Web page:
10 October 2013
Rachel Kean
(Former Chatham House Expert)


Later this month, the United Nations Security Council will hold an open debate to mark the 13th anniversary of the adoption of UNSCR 1325 on Women, Peace and Security. Thirteen years on, there have been significant advances on the resolution's agenda in both policy and practice. However, implementation lags behind the ambitious conceptual framework. The annual assessment offers an opportunity to chart a way forward for the agenda and identify concrete measures that member states can take to operationalize their women, peace and security obligations. Above all, it is an opportunity to remind the world that sustainable international peace and security is simply not achievable when half of the population remains excluded.

At the international level, there has been a multitude of efforts to advance implementation of the SCR 1325 agenda. This includes the development and initial reporting on a set of global indicators for monitoring the resolution, the adoption of the UN Strategic Results framework on Women, Peace and Security, advancement of the seven-point action plan on gender responsive peacebuilding, and strengthened efforts to establish monitoring, analysis and reporting arrangements on conflict related sexual violence. 

However, obstacles to implement the agenda persist. Since 1992, fewer than 10% of peace negotiators have been women, and there has been little advancement in this area since the adoption of SCR 1325. Of the 14 UN co-led peace negotiations in 2011, only four women participated on negotiation teams in Cyprus, Georgia, Guyana and Yemen. Of the nine peace agreements signed in 2011, only two had specific provisions to improve the security and status of women and girls. In Afghanistan, Iraq, Liberia, Somalia, Sudan and Timor-Leste, only 2.9% of post-conflict needs assessment budgets have been explicitly allocated to women's needs and gender equality. It is clear that accountability and implementation of the women, peace and security agenda remains seriously lacking.

What next?

Responsibility for implementing SCR 1325 lies with member states and the UN. In this thirteenth year, attention should be on encouraging stronger and more coordinated efforts by national governments to include women in their peace and security policies and practice. It is encouraging that 43 countries have launched National Action Plans (NAPs), the most recent being Nigeria in August 2013, to articulate their priorities on women, peace and security in their own specific national context. However, the capacity to implement, monitor and finance these NAPs varies significantly. Some do not have clearly established targets or delineation of responsibilities and, in the most recent Secretary-General's report, only seven NAPS had published dedicated budgets.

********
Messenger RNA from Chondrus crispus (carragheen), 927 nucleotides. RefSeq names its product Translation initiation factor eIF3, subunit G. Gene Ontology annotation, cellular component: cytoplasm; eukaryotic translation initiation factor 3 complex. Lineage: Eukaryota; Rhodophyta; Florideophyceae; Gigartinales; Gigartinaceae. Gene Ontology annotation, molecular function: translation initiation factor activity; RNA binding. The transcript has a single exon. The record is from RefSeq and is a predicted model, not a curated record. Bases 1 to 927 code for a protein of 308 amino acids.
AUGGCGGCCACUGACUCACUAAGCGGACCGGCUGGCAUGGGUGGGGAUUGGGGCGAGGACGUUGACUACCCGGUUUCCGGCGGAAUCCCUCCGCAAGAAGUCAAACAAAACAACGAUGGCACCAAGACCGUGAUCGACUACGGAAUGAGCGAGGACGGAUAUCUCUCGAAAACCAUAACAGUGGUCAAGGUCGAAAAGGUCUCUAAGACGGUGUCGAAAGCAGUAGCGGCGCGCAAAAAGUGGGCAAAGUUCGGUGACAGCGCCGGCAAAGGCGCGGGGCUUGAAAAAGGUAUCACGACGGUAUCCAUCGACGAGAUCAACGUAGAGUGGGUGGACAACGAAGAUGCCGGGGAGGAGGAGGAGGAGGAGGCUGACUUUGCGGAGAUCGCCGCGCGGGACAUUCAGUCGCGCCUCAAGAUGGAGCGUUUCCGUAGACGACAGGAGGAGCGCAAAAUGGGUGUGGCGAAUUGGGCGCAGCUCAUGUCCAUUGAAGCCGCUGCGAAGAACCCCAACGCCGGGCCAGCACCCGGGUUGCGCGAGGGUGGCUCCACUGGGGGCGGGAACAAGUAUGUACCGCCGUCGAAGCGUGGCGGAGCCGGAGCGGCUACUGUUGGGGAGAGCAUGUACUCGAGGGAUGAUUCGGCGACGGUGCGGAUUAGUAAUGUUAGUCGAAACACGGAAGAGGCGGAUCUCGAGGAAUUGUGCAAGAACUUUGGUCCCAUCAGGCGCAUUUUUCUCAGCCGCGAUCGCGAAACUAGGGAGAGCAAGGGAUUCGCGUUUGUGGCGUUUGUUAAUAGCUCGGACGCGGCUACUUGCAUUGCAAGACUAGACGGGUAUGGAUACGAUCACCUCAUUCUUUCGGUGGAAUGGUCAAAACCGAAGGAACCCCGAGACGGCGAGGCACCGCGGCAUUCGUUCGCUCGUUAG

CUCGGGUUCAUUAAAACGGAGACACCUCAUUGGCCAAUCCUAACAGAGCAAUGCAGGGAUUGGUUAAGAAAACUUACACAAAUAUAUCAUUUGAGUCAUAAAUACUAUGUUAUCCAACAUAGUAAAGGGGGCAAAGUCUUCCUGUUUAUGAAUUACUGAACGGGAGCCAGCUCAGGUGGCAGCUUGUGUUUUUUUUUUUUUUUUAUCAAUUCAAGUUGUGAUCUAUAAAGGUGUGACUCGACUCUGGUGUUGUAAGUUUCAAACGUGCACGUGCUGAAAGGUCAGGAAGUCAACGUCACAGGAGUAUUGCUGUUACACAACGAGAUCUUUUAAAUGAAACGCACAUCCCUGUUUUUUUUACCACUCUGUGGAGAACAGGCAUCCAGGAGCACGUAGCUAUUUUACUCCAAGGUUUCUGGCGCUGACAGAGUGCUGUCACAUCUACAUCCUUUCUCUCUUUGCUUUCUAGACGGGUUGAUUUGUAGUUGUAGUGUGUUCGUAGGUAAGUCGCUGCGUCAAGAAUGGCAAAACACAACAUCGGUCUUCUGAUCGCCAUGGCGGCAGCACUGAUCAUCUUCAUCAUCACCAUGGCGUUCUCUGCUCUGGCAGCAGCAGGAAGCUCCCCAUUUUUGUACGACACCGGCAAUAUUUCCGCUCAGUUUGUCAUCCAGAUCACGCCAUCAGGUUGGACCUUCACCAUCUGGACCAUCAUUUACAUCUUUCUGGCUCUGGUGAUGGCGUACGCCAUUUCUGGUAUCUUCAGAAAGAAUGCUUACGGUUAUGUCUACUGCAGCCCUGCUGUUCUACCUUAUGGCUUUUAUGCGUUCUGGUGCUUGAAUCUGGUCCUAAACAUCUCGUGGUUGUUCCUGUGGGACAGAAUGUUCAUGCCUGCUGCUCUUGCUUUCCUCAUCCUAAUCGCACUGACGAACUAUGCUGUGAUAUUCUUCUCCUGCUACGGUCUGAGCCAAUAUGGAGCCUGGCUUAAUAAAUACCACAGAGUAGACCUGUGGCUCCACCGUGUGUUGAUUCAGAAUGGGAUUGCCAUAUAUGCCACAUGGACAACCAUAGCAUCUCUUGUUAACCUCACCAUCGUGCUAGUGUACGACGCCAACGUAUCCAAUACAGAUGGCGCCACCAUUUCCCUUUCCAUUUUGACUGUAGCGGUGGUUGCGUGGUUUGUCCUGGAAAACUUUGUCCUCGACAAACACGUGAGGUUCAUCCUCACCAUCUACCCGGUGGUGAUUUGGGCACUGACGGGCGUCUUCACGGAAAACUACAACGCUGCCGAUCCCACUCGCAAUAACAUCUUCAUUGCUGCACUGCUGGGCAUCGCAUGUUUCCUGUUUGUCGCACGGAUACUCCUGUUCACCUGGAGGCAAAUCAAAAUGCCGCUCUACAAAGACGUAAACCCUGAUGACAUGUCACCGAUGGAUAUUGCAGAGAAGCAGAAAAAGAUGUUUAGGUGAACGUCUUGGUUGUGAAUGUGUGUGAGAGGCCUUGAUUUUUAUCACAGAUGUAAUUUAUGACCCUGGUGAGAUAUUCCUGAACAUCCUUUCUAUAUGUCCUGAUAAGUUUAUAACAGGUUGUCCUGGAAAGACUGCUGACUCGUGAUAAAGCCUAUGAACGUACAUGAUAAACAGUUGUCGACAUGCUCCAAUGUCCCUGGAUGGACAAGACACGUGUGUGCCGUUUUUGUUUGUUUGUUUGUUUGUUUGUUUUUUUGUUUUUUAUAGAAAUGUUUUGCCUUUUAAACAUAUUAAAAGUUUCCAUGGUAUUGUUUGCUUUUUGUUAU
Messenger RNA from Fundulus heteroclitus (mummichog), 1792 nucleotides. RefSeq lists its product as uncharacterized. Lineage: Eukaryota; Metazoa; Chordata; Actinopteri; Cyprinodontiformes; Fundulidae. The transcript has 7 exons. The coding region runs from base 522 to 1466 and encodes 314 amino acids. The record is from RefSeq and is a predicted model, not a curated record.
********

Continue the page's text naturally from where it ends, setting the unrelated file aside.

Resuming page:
Comprehensive, accountable NAPs, evaluated against credible indicators, have the potential to challenge the lack of ownership and political will around SCR 1325 by mobilizing various government departments to act on their women, peace and security responsibilities. With a third of NAPs due for review and renewal this year and next (including the UK's), there is an opportunity to encourage and support states to put in place the monitoring, reporting and reviewing mechanisms that effective implementation of plans is contingent on. National government’s must not underestimate or underutilize civil society organizations in this endeavour, and its role to inform, lead and hold accountable. 

At the institutional level, NATO has demonstrated how a regularly reviewed plan with working mechanisms can support concerted action to implement SCR 1325. The relatively recent appointment of a Special Representative for Women, Peace and Security at NATO's headquarters reinforced the institution's recognition of the centrality of women in enhancing security and building peace. 

In the upcoming debate to mark the anniversary of SCR 1325's adoption, the UN Security Council and member states will lay out the steps they will take to drive implementation of the agenda forward. International organizations, states and civil society must use this opportunity to work together and encourage nations to take ownership of this agenda. States and the Security Council itself must detail specific commitments to ensure the resources, coordination, leadership and accountability mechanisms for advancing work on women, peace and security are in place at all levels. 

The poor representation and frequent exclusion of women in conflict prevention, peacebuilding and recovery contravenes women's rights, prevents engagement with community security, and weakens the prospects for sustainable peace for men, women and children equally. Achieving greater empowerment of women as active agents and full and equal participants in international peace and security efforts is not just of benefit to women themselves. It is a critical component of a comprehensive and inclusive approach to modern security challenges. International peace and security will not be sustainable until we stop excluding half of the population - the debate must be a global reminder of this.

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